Color Grade: E Color grades range from a D rating being the best and most "Colorless" diamond, all the way to a Z, being the worst and "Light" in color.
Clarity Guide: SI1 This is probably the most complicated grading system, if you ask me, and measures the flaws in the diamond. The rating system goes like this (from perfectly "Flawless" to "Included"): "Flawless," is the best and most rare in diamonds; VVS1 and VVS2, means "Very very slightly included"; VS1 and VS2 is "Very Slightly Included"; SI1 and SI2 is "Slightly Included"; I1, I2 and I3 ratings are at the lower end of the scale meaning "Included".
Cut Grade: Very Good The quality of the cut of a diamond is rated on a scale of five from "Excellent," "Very Good," "Good," "Fair," to "Poor"

The certificate will also include diagrams indicating where there are visible flaws in the diamond. Mine has three flaws characterized as "Twinning Wisps" on the left side of the stone. A Twinning Wisp is an inclusion that occurs while the diamond is being formed, and refers to a cloudy area caused by pinpoints, small crystals and tiny feathers to twist within a twinning plane. I personally can't see these flaws when I look at my diamond, but they are there!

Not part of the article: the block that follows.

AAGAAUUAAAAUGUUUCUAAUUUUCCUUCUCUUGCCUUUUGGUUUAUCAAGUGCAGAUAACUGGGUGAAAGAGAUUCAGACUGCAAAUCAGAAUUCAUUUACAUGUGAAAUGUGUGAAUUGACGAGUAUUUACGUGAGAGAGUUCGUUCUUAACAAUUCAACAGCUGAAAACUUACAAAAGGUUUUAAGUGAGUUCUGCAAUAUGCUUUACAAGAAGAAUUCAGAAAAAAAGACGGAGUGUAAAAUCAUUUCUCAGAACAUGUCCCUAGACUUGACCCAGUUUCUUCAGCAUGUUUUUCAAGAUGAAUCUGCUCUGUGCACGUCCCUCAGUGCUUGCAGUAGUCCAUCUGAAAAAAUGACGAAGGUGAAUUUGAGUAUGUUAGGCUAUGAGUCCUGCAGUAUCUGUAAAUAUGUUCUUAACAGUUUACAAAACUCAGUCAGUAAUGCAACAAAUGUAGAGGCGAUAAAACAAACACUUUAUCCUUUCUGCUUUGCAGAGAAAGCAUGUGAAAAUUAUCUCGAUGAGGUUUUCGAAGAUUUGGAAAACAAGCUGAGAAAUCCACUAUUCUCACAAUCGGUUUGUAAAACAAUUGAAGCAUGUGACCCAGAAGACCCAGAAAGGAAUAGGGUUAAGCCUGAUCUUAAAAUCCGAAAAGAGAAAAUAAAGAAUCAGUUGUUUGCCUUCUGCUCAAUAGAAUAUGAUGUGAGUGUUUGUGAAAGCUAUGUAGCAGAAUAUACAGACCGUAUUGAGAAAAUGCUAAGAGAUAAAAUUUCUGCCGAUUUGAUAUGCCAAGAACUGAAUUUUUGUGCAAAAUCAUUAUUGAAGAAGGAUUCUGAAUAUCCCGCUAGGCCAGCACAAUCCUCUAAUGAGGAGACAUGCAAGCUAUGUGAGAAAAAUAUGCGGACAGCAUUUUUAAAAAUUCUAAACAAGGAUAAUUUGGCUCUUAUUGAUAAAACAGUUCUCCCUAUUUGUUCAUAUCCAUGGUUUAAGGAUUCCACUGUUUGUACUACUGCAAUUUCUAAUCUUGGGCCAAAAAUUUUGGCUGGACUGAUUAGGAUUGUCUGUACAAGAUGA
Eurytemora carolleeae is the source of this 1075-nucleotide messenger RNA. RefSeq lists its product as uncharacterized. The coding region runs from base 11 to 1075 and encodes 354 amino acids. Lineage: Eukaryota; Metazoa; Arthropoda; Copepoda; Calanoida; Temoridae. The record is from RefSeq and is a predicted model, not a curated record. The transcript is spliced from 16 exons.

I hope this helps you make a smart decision about yours (or your soon-to-be wife's) diamond engagement ring! Honestly, I get stopped on a regular basis with compliments on my ring, not because of its size or design (even though I think it's beautiful :), but because of how clear and sparkly it is. And really, people look. When I first got engaged, I couldn't believe how many people pulled my hand up close to their face to see the diamond itself. I was so happy that I didn't have to worry or be self conscious about what they could or could not see in my diamond. The line I hear all the time is, "Wow! Your husband really knew what he was doing!" Trust me, the four C's make a difference. It doesn't matter how large your diamond is, if it's yellow and cut poorly, it's not going to sparkle. Someone told me recently that it's like wearing a dirty diamond on your finger all the time. Trust me, to the trained eye, there is nothing worse than a 3-carat murky diamond.